Selfridge had a colourful life, as we have been seeing in the TV series, Mr Selfridge. And we have already heard in our SW15 walk that he ended his days in reduced circumstances with his daughter in a rented flat in Putney.

He lived life to the full and he loved to gamble. And this was not just at the clubs. In 1917 he and the managing director of Harrods made a bet that 6 years after the end of (First World ) War, Selfridge’s turnover would be greater than of Harrods. He lost and even today Harrods is still the bigger store. The bet was called in in 1927 and Selfridge’s forfeit was to have a model of Harrods made in silver. This can still be seen today in the middle of Harrods Bank. (NE corner of basement- ie the end of the store nearest the tube station).

Selfridges store was not built in one go. The eastern end was the first part to be built in 1909, but the rest was not built until the 1920s, by which time it was looking a little old fashioned.The focus in the centre is the clock and sculpture. The clock dates from 1931 but the sculpture called “Queen of Time” is perhaps a little earlier.

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And so time has run out for our W1 walk which focussed mainly but not exclusively on shops and looked at some of the forgotten ones as well as some of the big names of today.

As we are in the heart of the West End, there are lots of buses for onwards travel – plus of course Bond Street station is just down the road.

Why not join me on one of my walks in January?

The Postcode Walks blog will resume in January but in the meantime why not consider joining me on one of my walks in the real world. Below is my full schedule for January. Hope to see you!

MR SELFRIDGE AND HIS COMPETITORS (Thursday 2 or Sunday 19 January)

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If you are coming to Oxford Street for the sales, why not also come with me to hear fascinating stories about some of the West End’s major stores and the characters behind them. Learn about the bet between Harry Gordon Selfridge and Harrods and what the loser had to do. Find out why John Lewis spent three weeks in Brixton prison in 1903. See the building which housed the very first store with the name Debenhams (and which is not on Oxford Street). Hear why Liberty’s has an unexpected connection to the British Navy and much much more.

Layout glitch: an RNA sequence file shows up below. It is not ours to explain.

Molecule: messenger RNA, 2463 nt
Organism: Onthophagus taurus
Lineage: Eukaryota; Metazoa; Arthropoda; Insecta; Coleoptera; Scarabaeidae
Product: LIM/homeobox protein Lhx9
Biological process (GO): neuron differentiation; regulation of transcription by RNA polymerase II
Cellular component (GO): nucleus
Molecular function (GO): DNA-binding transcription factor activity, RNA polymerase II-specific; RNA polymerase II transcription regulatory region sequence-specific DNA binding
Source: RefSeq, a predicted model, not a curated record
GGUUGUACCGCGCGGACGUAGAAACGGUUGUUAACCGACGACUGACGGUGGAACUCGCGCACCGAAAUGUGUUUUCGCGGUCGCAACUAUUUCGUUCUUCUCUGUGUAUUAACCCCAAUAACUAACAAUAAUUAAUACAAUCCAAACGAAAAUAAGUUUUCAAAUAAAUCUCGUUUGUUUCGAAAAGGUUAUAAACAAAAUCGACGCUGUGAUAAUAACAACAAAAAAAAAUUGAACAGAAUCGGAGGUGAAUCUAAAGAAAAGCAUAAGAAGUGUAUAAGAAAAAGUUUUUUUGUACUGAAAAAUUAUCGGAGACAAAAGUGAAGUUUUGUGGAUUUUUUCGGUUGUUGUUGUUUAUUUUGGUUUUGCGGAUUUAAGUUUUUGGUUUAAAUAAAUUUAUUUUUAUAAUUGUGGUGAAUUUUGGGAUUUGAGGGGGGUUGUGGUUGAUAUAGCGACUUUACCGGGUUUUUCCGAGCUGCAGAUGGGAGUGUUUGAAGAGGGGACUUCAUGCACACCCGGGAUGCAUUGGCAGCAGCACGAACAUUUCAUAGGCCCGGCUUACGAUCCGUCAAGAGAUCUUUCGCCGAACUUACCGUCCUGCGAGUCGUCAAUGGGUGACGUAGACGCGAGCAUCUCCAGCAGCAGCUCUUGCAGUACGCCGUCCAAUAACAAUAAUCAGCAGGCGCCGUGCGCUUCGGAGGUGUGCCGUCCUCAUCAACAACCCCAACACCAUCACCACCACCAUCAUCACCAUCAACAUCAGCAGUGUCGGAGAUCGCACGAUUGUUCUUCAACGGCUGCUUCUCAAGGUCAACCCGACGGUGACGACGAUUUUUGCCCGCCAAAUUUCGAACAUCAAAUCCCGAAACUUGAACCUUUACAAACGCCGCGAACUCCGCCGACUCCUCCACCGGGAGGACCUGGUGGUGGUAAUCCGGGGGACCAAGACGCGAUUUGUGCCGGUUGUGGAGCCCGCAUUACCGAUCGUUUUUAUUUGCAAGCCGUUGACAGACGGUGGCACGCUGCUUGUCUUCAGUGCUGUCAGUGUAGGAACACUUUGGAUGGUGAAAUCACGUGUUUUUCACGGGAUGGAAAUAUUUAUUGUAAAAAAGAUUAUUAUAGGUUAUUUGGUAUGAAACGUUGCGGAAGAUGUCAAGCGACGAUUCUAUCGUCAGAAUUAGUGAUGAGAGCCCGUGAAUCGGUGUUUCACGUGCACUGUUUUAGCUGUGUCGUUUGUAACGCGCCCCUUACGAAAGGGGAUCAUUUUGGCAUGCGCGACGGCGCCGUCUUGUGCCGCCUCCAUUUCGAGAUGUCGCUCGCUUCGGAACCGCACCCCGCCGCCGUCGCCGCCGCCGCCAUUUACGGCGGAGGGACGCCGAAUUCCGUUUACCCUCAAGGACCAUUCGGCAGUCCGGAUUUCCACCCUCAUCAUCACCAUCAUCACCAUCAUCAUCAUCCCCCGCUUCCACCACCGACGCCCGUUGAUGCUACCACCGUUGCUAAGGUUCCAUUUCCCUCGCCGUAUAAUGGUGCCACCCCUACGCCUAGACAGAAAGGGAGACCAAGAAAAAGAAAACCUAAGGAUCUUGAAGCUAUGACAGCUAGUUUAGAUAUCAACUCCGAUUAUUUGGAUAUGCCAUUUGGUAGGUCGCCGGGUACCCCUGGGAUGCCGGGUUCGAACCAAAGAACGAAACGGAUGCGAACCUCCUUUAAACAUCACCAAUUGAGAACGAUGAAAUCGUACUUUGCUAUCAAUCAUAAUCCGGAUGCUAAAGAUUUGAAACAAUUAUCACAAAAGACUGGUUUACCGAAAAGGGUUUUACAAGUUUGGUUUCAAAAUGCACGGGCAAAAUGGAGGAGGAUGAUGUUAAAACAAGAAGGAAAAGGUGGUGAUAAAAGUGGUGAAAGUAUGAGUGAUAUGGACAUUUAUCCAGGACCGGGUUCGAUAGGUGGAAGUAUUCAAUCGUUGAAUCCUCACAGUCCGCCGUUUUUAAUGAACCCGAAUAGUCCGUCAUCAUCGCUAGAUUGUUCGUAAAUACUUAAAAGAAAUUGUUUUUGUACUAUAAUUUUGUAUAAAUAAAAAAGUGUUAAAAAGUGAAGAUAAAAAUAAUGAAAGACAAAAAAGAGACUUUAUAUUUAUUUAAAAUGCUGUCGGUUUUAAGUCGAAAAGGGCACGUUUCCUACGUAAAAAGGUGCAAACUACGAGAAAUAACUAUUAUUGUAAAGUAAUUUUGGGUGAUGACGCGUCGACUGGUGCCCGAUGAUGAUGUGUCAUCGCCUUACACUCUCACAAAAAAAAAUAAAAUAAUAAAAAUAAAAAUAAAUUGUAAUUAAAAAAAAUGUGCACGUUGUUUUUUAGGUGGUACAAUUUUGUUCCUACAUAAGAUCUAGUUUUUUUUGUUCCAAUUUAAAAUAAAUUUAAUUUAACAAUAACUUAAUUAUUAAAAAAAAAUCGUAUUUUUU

THURSDAY 2 JANUARY: 11:00

£10 (Concs £7.50)

To book: https://www.eventbrite.co.uk/e/mr-selfridge-and-his-competitors-tales-of-the-west-ends-greatest-stores-tickets-9591802339?ref=ebapi

SUNDAY 19 JANUARY 14.00

£10 (Concs £7.50)

To book: https://www.eventbrite.co.uk/e/mr-selfridge-and-his-competitors-tales-of-the-west-ends-greatest-stores-tickets-9592167431?ref=ebapi

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THE STREETS TO THE STARS: A TOUR OF THEATRELAND (Saturdays 4 and 18 January)

(A City of Westminster Guide Lecturers Association walk)

You will almost be able to smell the greasepaint as we explore the star studded West end, enjoying high drama and low comedy. See where Eliza Doolittle sold her flowers, Henry Irving and Ellen Terry stode the boards and learn why every theatre has its ghost.

£8 (£6 Concs)

NO NEED FOR ADVANCE BOOKING: JUST TURN UP!

Meet at 11.00 on Saturdays outside Covent Garden station in James Street – exit side of tube station

I will be taking this walk on 4 and 18 January. But it runs every Saturday morning, with one of my fellow qualified City Westminster guides.

City of Westminster Guides also do regular walks in St James’s every Saturday afternoon and in Mayfair every Wednesday morning (although not 1 January!)

More info at: http://www.westminsterguides.org.uk/

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HOW LONDON CHANGED BETWEEN THE WARS (Sunday 5 or Thursday 23 January)

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London changed dramatically between the two world wars, laying the foundation for the modern city we see today. On this walk, we will see how the development of office blocks, grand showrooms and shops and cinema buildings of all shapes and sizes changed the face of London. And we will hear how things such as the motor car, the telephone and neon lights all had an impact on London.